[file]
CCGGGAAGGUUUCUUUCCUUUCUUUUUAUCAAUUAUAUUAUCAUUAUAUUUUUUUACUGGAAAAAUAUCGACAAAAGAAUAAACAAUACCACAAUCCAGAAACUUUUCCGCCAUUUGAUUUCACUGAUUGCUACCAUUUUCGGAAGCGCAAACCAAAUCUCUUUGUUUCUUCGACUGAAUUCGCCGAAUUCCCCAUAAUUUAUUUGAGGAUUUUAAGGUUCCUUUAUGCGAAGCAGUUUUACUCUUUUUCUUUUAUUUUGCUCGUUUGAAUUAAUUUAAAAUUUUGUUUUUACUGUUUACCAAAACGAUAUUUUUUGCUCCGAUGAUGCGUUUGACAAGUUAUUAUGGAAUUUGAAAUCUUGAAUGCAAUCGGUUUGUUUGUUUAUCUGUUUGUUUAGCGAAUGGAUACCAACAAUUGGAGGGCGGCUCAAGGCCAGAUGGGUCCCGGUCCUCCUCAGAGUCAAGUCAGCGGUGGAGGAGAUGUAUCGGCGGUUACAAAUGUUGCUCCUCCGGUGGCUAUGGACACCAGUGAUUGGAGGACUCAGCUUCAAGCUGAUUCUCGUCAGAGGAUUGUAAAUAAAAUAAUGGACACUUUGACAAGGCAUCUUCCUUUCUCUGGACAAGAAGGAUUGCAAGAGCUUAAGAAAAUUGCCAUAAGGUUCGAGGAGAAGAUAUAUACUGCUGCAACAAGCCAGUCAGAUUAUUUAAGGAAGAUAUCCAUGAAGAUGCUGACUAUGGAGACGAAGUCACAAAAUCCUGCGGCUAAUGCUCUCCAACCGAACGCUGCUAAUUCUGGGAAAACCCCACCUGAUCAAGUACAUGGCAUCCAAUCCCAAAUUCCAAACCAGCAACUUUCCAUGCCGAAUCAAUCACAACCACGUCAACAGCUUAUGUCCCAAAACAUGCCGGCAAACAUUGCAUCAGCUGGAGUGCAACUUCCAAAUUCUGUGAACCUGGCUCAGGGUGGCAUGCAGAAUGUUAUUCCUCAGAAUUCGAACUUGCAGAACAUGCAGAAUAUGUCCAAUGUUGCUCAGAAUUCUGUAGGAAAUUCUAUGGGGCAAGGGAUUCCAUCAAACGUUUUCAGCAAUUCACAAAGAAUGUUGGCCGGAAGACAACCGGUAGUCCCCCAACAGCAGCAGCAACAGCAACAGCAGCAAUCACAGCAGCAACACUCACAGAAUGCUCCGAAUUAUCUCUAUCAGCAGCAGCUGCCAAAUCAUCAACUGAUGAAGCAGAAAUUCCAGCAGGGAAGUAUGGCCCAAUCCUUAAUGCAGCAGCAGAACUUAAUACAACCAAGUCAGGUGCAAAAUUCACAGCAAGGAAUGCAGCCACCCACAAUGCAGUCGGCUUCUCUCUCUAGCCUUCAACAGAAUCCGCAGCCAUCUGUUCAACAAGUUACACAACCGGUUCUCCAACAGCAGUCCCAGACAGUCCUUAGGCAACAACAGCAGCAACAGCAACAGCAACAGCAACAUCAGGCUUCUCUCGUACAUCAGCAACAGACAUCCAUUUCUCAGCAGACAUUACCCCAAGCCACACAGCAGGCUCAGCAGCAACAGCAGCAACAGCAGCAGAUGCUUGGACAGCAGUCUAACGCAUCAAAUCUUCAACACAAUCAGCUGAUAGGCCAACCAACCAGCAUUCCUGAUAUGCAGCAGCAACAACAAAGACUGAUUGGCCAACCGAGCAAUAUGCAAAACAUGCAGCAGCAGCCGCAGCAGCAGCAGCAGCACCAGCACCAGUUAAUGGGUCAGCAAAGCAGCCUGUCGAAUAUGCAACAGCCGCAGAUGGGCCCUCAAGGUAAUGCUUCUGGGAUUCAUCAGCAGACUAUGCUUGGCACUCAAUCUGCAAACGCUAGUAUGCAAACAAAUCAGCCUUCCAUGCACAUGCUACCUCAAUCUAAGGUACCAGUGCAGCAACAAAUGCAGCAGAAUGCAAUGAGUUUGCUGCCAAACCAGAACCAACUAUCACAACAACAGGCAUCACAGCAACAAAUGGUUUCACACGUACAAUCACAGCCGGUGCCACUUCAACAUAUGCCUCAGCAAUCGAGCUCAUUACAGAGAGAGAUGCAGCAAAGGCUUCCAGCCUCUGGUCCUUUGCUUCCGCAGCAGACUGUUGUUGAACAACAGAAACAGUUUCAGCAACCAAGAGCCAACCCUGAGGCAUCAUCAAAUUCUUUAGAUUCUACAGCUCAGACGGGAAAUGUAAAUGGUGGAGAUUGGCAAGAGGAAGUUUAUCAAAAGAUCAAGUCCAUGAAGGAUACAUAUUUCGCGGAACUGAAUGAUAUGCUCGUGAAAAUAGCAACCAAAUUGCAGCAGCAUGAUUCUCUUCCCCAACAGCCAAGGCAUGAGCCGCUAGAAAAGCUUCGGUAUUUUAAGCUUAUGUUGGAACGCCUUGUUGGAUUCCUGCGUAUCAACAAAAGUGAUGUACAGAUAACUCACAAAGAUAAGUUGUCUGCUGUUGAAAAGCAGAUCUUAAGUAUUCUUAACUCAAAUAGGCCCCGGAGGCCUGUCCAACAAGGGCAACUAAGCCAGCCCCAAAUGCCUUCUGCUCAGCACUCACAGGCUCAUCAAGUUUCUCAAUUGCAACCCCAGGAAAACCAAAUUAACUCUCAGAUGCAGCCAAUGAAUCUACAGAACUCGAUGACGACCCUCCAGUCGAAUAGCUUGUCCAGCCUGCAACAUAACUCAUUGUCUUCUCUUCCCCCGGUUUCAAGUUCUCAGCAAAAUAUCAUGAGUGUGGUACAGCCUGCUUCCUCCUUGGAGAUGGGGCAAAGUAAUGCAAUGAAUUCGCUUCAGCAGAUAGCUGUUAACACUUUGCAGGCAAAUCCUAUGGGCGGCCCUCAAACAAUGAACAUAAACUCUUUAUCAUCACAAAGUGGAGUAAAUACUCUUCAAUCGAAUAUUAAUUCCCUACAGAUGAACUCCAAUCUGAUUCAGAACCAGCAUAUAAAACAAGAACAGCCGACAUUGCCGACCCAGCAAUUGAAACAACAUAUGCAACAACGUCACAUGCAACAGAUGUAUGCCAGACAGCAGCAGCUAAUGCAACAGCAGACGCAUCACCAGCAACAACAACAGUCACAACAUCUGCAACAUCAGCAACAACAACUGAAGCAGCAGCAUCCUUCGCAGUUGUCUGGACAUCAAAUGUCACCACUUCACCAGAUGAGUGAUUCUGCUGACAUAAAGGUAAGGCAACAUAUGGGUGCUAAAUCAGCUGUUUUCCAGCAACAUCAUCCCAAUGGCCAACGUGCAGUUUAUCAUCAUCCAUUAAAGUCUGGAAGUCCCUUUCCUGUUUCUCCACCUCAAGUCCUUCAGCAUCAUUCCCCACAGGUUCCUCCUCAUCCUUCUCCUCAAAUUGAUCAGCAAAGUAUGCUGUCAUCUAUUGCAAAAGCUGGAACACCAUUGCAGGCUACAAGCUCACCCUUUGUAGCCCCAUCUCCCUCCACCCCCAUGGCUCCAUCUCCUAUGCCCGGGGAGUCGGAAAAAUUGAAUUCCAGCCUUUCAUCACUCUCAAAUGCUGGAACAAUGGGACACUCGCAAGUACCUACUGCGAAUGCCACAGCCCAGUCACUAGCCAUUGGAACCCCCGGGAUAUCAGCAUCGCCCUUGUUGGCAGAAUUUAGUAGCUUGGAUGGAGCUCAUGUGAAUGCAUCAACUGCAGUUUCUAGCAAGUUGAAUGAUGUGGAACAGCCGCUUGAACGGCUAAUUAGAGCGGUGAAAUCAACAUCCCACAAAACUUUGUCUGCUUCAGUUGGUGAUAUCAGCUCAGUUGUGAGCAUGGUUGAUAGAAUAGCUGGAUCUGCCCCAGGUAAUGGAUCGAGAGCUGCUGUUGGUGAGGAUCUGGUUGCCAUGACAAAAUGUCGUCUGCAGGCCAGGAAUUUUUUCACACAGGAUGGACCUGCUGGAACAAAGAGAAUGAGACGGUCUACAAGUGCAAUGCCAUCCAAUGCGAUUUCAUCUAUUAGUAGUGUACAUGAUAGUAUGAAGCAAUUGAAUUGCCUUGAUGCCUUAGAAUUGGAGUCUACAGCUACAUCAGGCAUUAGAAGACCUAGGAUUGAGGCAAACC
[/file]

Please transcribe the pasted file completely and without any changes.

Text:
CCGGGAAGGUUUCUUUCCUUUCUUUUUAUCAAUUAUAUUAUCAUUAUAUUUUUUUACUGGAAAAAUAUCGACAAAAGAAUAAACAAUACCACAAUCCAGAAACUUUUCCGCCAUUUGAUUUCACUGAUUGCUACCAUUUUCGGAAGCGCAAACCAAAUCUCUUUGUUUCUUCGACUGAAUUCGCCGAAUUCCCCAUAAUUUAUUUGAGGAUUUUAAGGUUCCUUUAUGCGAAGCAGUUUUACUCUUUUUCUUUUAUUUUGCUCGUUUGAAUUAAUUUAAAAUUUUGUUUUUACUGUUUACCAAAACGAUAUUUUUUGCUCCGAUGAUGCGUUUGACAAGUUAUUAUGGAAUUUGAAAUCUUGAAUGCAAUCGGUUUGUUUGUUUAUCUGUUUGUUUAGCGAAUGGAUACCAACAAUUGGAGGGCGGCUCAAGGCCAGAUGGGUCCCGGUCCUCCUCAGAGUCAAGUCAGCGGUGGAGGAGAUGUAUCGGCGGUUACAAAUGUUGCUCCUCCGGUGGCUAUGGACACCAGUGAUUGGAGGACUCAGCUUCAAGCUGAUUCUCGUCAGAGGAUUGUAAAUAAAAUAAUGGACACUUUGACAAGGCAUCUUCCUUUCUCUGGACAAGAAGGAUUGCAAGAGCUUAAGAAAAUUGCCAUAAGGUUCGAGGAGAAGAUAUAUACUGCUGCAACAAGCCAGUCAGAUUAUUUAAGGAAGAUAUCCAUGAAGAUGCUGACUAUGGAGACGAAGUCACAAAAUCCUGCGGCUAAUGCUCUCCAACCGAACGCUGCUAAUUCUGGGAAAACCCCACCUGAUCAAGUACAUGGCAUCCAAUCCCAAAUUCCAAACCAGCAACUUUCCAUGCCGAAUCAAUCACAACCACGUCAACAGCUUAUGUCCCAAAACAUGCCGGCAAACAUUGCAUCAGCUGGAGUGCAACUUCCAAAUUCUGUGAACCUGGCUCAGGGUGGCAUGCAGAAUGUUAUUCCUCAGAAUUCGAACUUGCAGAACAUGCAGAAUAUGUCCAAUGUUGCUCAGAAUUCUGUAGGAAAUUCUAUGGGGCAAGGGAUUCCAUCAAACGUUUUCAGCAAUUCACAAAGAAUGUUGGCCGGAAGACAACCGGUAGUCCCCCAACAGCAGCAGCAACAGCAACAGCAGCAAUCACAGCAGCAACACUCACAGAAUGCUCCGAAUUAUCUCUAUCAGCAGCAGCUGCCAAAUCAUCAACUGAUGAAGCAGAAAUUCCAGCAGGGAAGUAUGGCCCAAUCCUUAAUGCAGCAGCAGAACUUAAUACAACCAAGUCAGGUGCAAAAUUCACAGCAAGGAAUGCAGCCACCCACAAUGCAGUCGGCUUCUCUCUCUAGCCUUCAACAGAAUCCGCAGCCAUCUGUUCAACAAGUUACACAACCGGUUCUCCAACAGCAGUCCCAGACAGUCCUUAGGCAACAACAGCAGCAACAGCAACAGCAACAGCAACAUCAGGCUUCUCUCGUACAUCAGCAACAGACAUCCAUUUCUCAGCAGACAUUACCCCAAGCCACACAGCAGGCUCAGCAGCAACAGCAGCAACAGCAGCAGAUGCUUGGACAGCAGUCUAACGCAUCAAAUCUUCAACACAAUCAGCUGAUAGGCCAACCAACCAGCAUUCCUGAUAUGCAGCAGCAACAACAAAGACUGAUUGGCCAACCGAGCAAUAUGCAAAACAUGCAGCAGCAGCCGCAGCAGCAGCAGCAGCACCAGCACCAGUUAAUGGGUCAGCAAAGCAGCCUGUCGAAUAUGCAACAGCCGCAGAUGGGCCCUCAAGGUAAUGCUUCUGGGAUUCAUCAGCAGACUAUGCUUGGCACUCAAUCUGCAAACGCUAGUAUGCAAACAAAUCAGCCUUCCAUGCACAUGCUACCUCAAUCUAAGGUACCAGUGCAGCAACAAAUGCAGCAGAAUGCAAUGAGUUUGCUGCCAAACCAGAACCAACUAUCACAACAACAGGCAUCACAGCAACAAAUGGUUUCACACGUACAAUCACAGCCGGUGCCACUUCAACAUAUGCCUCAGCAAUCGAGCUCAUUACAGAGAGAGAUGCAGCAAAGGCUUCCAGCCUCUGGUCCUUUGCUUCCGCAGCAGACUGUUGUUGAACAACAGAAACAGUUUCAGCAACCAAGAGCCAACCCUGAGGCAUCAUCAAAUUCUUUAGAUUCUACAGCUCAGACGGGAAAUGUAAAUGGUGGAGAUUGGCAAGAGGAAGUUUAUCAAAAGAUCAAGUCCAUGAAGGAUACAUAUUUCGCGGAACUGAAUGAUAUGCUCGUGAAAAUAGCAACCAAAUUGCAGCAGCAUGAUUCUCUUCCCCAACAGCCAAGGCAUGAGCCGCUAGAAAAGCUUCGGUAUUUUAAGCUUAUGUUGGAACGCCUUGUUGGAUUCCUGCGUAUCAACAAAAGUGAUGUACAGAUAACUCACAAAGAUAAGUUGUCUGCUGUUGAAAAGCAGAUCUUAAGUAUUCUUAACUCAAAUAGGCCCCGGAGGCCUGUCCAACAAGGGCAACUAAGCCAGCCCCAAAUGCCUUCUGCUCAGCACUCACAGGCUCAUCAAGUUUCUCAAUUGCAACCCCAGGAAAACCAAAUUAACUCUCAGAUGCAGCCAAUGAAUCUACAGAACUCGAUGACGACCCUCCAGUCGAAUAGCUUGUCCAGCCUGCAACAUAACUCAUUGUCUUCUCUUCCCCCGGUUUCAAGUUCUCAGCAAAAUAUCAUGAGUGUGGUACAGCCUGCUUCCUCCUUGGAGAUGGGGCAAAGUAAUGCAAUGAAUUCGCUUCAGCAGAUAGCUGUUAACACUUUGCAGGCAAAUCCUAUGGGCGGCCCUCAAACAAUGAACAUAAACUCUUUAUCAUCACAAAGUGGAGUAAAUACUCUUCAAUCGAAUAUUAAUUCCCUACAGAUGAACUCCAAUCUGAUUCAGAACCAGCAUAUAAAACAAGAACAGCCGACAUUGCCGACCCAGCAAUUGAAACAACAUAUGCAACAACGUCACAUGCAACAGAUGUAUGCCAGACAGCAGCAGCUAAUGCAACAGCAGACGCAUCACCAGCAACAACAACAGUCACAACAUCUGCAACAUCAGCAACAACAACUGAAGCAGCAGCAUCCUUCGCAGUUGUCUGGACAUCAAAUGUCACCACUUCACCAGAUGAGUGAUUCUGCUGACAUAAAGGUAAGGCAACAUAUGGGUGCUAAAUCAGCUGUUUUCCAGCAACAUCAUCCCAAUGGCCAACGUGCAGUUUAUCAUCAUCCAUUAAAGUCUGGAAGUCCCUUUCCUGUUUCUCCACCUCAAGUCCUUCAGCAUCAUUCCCCACAGGUUCCUCCUCAUCCUUCUCCUCAAAUUGAUCAGCAAAGUAUGCUGUCAUCUAUUGCAAAAGCUGGAACACCAUUGCAGGCUACAAGCUCACCCUUUGUAGCCCCAUCUCCCUCCACCCCCAUGGCUCCAUCUCCUAUGCCCGGGGAGUCGGAAAAAUUGAAUUCCAGCCUUUCAUCACUCUCAAAUGCUGGAACAAUGGGACACUCGCAAGUACCUACUGCGAAUGCCACAGCCCAGUCACUAGCCAUUGGAACCCCCGGGAUAUCAGCAUCGCCCUUGUUGGCAGAAUUUAGUAGCUUGGAUGGAGCUCAUGUGAAUGCAUCAACUGCAGUUUCUAGCAAGUUGAAUGAUGUGGAACAGCCGCUUGAACGGCUAAUUAGAGCGGUGAAAUCAACAUCCCACAAAACUUUGUCUGCUUCAGUUGGUGAUAUCAGCUCAGUUGUGAGCAUGGUUGAUAGAAUAGCUGGAUCUGCCCCAGGUAAUGGAUCGAGAGCUGCUGUUGGUGAGGAUCUGGUUGCCAUGACAAAAUGUCGUCUGCAGGCCAGGAAUUUUUUCACACAGGAUGGACCUGCUGGAACAAAGAGAAUGAGACGGUCUACAAGUGCAAUGCCAUCCAAUGCGAUUUCAUCUAUUAGUAGUGUACAUGAUAGUAUGAAGCAAUUGAAUUGCCUUGAUGCCUUAGAAUUGGAGUCUACAGCUACAUCAGGCAUUAGAAGACCUAGGAUUGAGGCAAACC